/Legislators avoid catastrophe despite large COVID-19 outbreak among their ranks

Legislators avoid catastrophe despite large COVID-19 outbreak among their ranks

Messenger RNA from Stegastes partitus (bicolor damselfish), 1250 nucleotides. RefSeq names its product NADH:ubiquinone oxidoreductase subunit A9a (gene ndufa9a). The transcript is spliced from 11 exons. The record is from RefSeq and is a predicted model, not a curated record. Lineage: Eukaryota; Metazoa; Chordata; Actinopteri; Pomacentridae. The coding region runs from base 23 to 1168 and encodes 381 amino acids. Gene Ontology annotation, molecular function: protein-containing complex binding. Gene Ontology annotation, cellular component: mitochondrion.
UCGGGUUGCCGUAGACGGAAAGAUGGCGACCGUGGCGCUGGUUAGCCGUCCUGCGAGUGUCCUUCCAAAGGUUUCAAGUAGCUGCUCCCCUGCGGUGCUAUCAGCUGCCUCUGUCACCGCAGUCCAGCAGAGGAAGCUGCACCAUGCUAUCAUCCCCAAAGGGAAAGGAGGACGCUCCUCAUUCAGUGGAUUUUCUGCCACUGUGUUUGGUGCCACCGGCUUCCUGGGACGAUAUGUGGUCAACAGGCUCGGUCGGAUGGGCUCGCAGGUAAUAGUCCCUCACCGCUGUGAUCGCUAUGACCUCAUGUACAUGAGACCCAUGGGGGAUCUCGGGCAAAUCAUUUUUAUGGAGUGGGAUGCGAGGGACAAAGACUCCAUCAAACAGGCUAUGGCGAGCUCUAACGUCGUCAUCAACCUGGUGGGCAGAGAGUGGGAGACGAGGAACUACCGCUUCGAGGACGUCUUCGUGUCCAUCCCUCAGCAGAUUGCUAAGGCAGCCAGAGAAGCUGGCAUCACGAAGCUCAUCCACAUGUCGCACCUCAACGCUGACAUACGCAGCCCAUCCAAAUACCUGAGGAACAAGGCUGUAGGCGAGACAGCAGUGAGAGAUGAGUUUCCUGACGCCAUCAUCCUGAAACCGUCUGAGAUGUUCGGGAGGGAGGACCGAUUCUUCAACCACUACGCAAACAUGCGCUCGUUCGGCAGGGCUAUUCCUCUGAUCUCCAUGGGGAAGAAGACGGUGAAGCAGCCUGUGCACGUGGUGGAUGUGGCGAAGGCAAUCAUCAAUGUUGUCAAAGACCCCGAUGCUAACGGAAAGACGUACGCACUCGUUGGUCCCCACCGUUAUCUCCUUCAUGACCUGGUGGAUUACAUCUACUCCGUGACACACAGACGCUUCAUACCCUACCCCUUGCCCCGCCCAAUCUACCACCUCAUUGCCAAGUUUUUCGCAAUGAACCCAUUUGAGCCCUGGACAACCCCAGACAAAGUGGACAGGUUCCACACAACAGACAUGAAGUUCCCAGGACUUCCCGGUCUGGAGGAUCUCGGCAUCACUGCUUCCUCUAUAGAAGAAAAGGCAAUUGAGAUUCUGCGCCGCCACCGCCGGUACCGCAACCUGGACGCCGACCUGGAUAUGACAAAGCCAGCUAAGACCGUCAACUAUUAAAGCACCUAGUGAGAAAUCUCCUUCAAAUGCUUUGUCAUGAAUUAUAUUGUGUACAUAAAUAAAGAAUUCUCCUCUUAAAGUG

It hasn’t been anything but a minor catastrophe. If the COVID-19 epidemic that engulfed the Legislature in July had not occurred two weeks before, it could have been a disaster. The first day of the new fiscal years, July 1, saw legislators complete their task of approvating a $21 million budget to fund the state government. This includes everything from education and transportation to law enforcement. The Legislature must approve more than 100 bills, and work with a dozen staff members to enact a budget. The budgeting process usually takes place in March, April, or sometimes early May. The coronavirus interrupted the March session, causing the Legislature to complete the budgeting process right as the new year began. It would have been nearly impossible to complete the budgeting process on time if the Capitol COVID-19 epidemic had occurred a week earlier. This would have made it difficult, if not impossible, to pay for the treatment of Medicaid patients. Also, the functions of several agencies are being questioned, such as the ability to pay health care providers, the possibility that Highway Patrol troopers could have been patrolling Mississippi roads and so forth. Thomas Dobbs, the State Health Officer, recently stated that 49 of 175 legislators, which included the lieutenant governor were infected with coronavirus. Most tested positive within a few hours after the Legislature adjourned July 1. Dobbs said that four of the 175 legislators were admitted to hospital, with three being in intensive care. Tragically, one person died after contracting the virus from a legislator. House Speaker Philip Gunn and Lt. Governor were among those who tested positive. Delbert Hosemann, some of the key committee chairs, were among those who tested positive. The Legislature completed the budget before the virus took over, but the governor vetoed a portion of the $2.5B education budget. The Legislature also hasn’t been able to reach an agreement on a budget for the Department of Marine Resources, which is located along the Gulf Coast. These issues have caused enough chaos. Imagine how chaotic it would be if the budgeting process was delayed for two weeks or more due to the coronavirus. Reeves’ veto override of the education budget was overruled by a coronavirus-free, mostly mask-up Legislature that returned to Jackson last week. The veto override itself was historic in that it was the first since 2002 and was the first time at least since the 1800s a Republican governor had been overridden by a Republican-controlled Legislature. To add to the unusual session, Gunn and House Speaker pro Tem Jason White sued fellow Republican Reeves. They claim that the governor’s partial veto over a bill disbursing money to health care providers in the fight against the coronavirus was unconstitutional. This lawsuit comes on top of the public spat between legislators and the governor over who was allowed to spend $1.25 million in federal funds that were disbursed to Mississippi for the coronavirus. The Legislature won the fight and was disbursing large amounts of these funds up until July 1, when members adjourned. It would have been shameful if the coronavirus epidemic had prevented legislators making these disbursements. In reality, nothing would have stopped legislators returning to the legislature after the COVID-19 epidemic had passed its course among legislators. To the dismay of the governor, legislators changed their rules to allow them to remain in session for nearly a full year. However, they are still in Jackson for roughly the same amount of time as they would in a normal year. Their time in Jackson is just as spread out. Despite the ongoing conflict with the governor and the pandemic, the Legislature accomplished many remarkable feats in this unusual session. These feats include: The bill to change the flag could also have been in danger if the coronavirus hadn’t struck legislators earlier. The 2020 session is unique and historic for many reasons. It isn’t over yet.